1) iShares Core S&P/TSX Capped Composite Index ETF (Toronto symbol XIC) is a more diversified and lower-cost alternative than the older and more popular iShares S&P/TSX 60 Index ETF (XIU). XIC’s management fee is 0.05% and it provides exposure to some 250 stocks.

XIC’s top 10 holdings are Royal Bank, 6.3%; TD Bank 5.6%; Bank of Nova Scotia, 4.4%; CN Railway, 3.6%; Suncor Energy, 2.9%; BMO, 2.9%; Valeant Pharmaceuticals, 2.8%; Enbridge Inc., 2.8%; BCE, 2.4%; Manulife Financial, 2.3%.

iShares Core S&P/TSX Capped Composite Index ETF is a buy.

2) iShares Canadian Select Dividend Index ETF (Toronto symbol XDV) holds 30 of the highest-yielding Canadian stocks. Its selections are based on dividend growth, yield and payout ratio. The fund’s MER is 0.55%, and it yields 4.2%.

The ETF’s top holdings are CIBC, 7.3%; TD Bank, 6.8%, National Bank, 6.7%; Bank of Montreal, 6.1%; Royal Bank, 5.5%; BCE, 4.8%; Ag Growth International, 4.6%; Bank of Nova Scotia, 4.5%; Bonterra Energy, 4.2%; and Laurentian Bank of Canada, 3.9%.

The ETF holds 55.2% of its assets in financial stocks. The top Canadian finance stocks have sound prospects. However, if you invest in this ETF, be sure to adjust the rest of your portfolio so it won’t be overly concentrated in the financial sector.

iShares Canadian Select Dividend Index ETF is a buy.

Consider switching into individual stocks as your TFSA grows.

Over the years, as the value of your TFSA increases, you could switch to a well-diversified portfolio of conservative, mostly dividend-paying stocks. Here are three we recommend:

1) Canadian National Railway (Toronto symbol CNR) operates Canada’s largest railway. Its 32,350-kilometre network stretches across the country and through the U.S. Midwest to the Gulf of Mexico.

CN Rail has several key advantages that put it in a strong position to profit from an improving North American economy.

For example, it’s the only railway that accesses all three coasts: Atlantic, Pacific and the Gulf of Mexico. As well, CN owns an exclusive line that lets it avoid major bottlenecks in the Chicago area.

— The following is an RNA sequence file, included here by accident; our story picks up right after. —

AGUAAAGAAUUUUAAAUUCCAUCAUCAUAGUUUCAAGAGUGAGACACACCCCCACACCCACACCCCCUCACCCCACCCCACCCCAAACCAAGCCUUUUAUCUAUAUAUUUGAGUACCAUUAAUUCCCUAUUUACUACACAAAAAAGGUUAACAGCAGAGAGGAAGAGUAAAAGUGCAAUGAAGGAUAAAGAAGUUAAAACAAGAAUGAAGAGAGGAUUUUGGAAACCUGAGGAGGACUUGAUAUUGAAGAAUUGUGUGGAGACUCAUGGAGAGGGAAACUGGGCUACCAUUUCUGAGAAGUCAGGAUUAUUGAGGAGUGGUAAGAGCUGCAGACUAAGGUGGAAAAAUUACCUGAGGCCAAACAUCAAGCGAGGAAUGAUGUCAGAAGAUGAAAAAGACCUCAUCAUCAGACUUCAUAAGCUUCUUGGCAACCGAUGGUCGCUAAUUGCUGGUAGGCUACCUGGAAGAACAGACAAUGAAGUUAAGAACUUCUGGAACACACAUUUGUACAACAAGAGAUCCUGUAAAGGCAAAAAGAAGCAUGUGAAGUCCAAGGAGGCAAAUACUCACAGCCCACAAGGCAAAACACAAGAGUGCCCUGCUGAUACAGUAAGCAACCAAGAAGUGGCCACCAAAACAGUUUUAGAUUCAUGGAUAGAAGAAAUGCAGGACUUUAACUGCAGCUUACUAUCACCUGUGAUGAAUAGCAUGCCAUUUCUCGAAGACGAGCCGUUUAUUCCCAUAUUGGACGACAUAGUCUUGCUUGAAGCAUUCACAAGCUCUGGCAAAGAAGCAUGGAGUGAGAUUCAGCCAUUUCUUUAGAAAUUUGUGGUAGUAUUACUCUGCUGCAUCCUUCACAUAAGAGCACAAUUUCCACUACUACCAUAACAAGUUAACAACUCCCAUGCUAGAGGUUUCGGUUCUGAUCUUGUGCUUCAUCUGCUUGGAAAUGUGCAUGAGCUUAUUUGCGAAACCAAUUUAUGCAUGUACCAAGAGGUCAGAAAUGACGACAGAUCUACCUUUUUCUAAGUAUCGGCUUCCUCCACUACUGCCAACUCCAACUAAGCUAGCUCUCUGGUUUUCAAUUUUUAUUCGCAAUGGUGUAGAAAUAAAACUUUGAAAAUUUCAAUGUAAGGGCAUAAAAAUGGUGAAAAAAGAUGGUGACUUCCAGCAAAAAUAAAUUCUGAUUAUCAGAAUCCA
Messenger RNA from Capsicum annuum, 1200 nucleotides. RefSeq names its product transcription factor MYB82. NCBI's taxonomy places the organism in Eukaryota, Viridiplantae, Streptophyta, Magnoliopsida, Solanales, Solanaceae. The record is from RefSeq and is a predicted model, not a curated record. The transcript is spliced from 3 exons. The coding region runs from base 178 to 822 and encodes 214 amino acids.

To top it off, lower fuel costs will enhance CN’s industry-leading efficiency rates. Crude-by-rail and fracking sand volumes should also remain steady, even with recent oil price drop.

CN Rail is a buy.

2) Toronto Dominion Bank (Toronto symbol TD) is Canada’s largest bank, with $921.8 billion of assets.

TD Bank also stands to gain from an improving North American economy, particularly in the U.S., where it now has more branches than in Canada.

At the same time, the low Canadian dollar will enhance the bank’s U.S. profits. TD’s strong emphasis on customer service will also help it hang on to depositors if interest rates rise. As well, lower oil prices should give consumers more cash to repay their loans, cutting TD’s loan losses.

TD Bank is a buy.

3) TransCanada Corp. (Toronto symbol TRP) operates a 68,500-kilometre pipeline network that pumps natural gas from Alberta to Eastern Canada and the U.S. The company’s pipelines supply 20% of North America’s natural gas

TransCanada could get a boost if it receives approval for two major pipelines that would pump crude oil from Alberta’s oil sands to the U.S. Gulf Coast (Keystone XL) and to refineries in Eastern Canada (Energy East).

Even if it has to abandon these projects, TransCanada’s crude volumes should remain steady, despite lower oil prices.

As well, the company could unlock some of its value by transferring assets to partly controlled affiliates. These transactions, called “drop downs,” help the parent company free up cash for new projects. Activist investors could also pressure TransCanada to spin off its electrical-power operations as a separate firm.

TransCanada is a buy.

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One thought on “5 low-risk investments for your TFSA

  1. As a retired Snowbird, I believe TFSAs are not a bad place to hold US Dividend paying stocks since the 15% US withholding tax is likely lower than the Canadian income tax payable from holding them in non-registered accounts.